Last week, the Supreme Court of the United States issued its decision in the case of Endrew F. v. Douglas County School District. The decision tackles a thirty-five-year-old question stemming from the U.S. Supreme Court’s landmark ruling in Board of Education of Hendrick Hudson Central School District v. Rowley: what standard is used to determine whether or not a student received a free appropriate public education (“FAPE”)?
Rowley was decided 1982 and held that a FAPE must be provided to all special education students. Rowley further required that a FAPE be tailored to the unique needs of a child with a disability by means of an individualized education program (“IEP”). Rowley also spelled out that the level of benefits of an appropriate education must be “reasonably calculated” to confer a “basic floor of opportunity,” and emphasized that school districts were not required to maximize the potential of a student with disabilities. This has sometimes been referred to as the “serviceable Chevrolet” standard, because students are not required to be offered a “Cadillac” education.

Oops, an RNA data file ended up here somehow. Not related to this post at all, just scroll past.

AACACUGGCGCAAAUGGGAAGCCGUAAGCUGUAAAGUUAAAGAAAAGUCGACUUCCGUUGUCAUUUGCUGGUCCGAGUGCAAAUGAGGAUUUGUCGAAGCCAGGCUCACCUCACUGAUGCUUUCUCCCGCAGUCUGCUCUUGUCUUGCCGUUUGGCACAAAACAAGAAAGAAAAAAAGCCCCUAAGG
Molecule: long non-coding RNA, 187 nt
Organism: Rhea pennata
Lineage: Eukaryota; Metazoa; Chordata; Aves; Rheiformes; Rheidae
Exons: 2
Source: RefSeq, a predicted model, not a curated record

Somewhat problematically, the Rowley decision did not specify a test that courts should employ to determine whether or not a student receives an appropriate education. Instead, the U.S. Supreme Court held that the contours of an appropriate education must be decided on a case-by-case basis, in light of the individualized consideration of the unique needs of each eligible child. Since the Rowley decision, school districts, states, state courts and federal courts have developed varying standards for determining whether or not a student had received an appropriate education.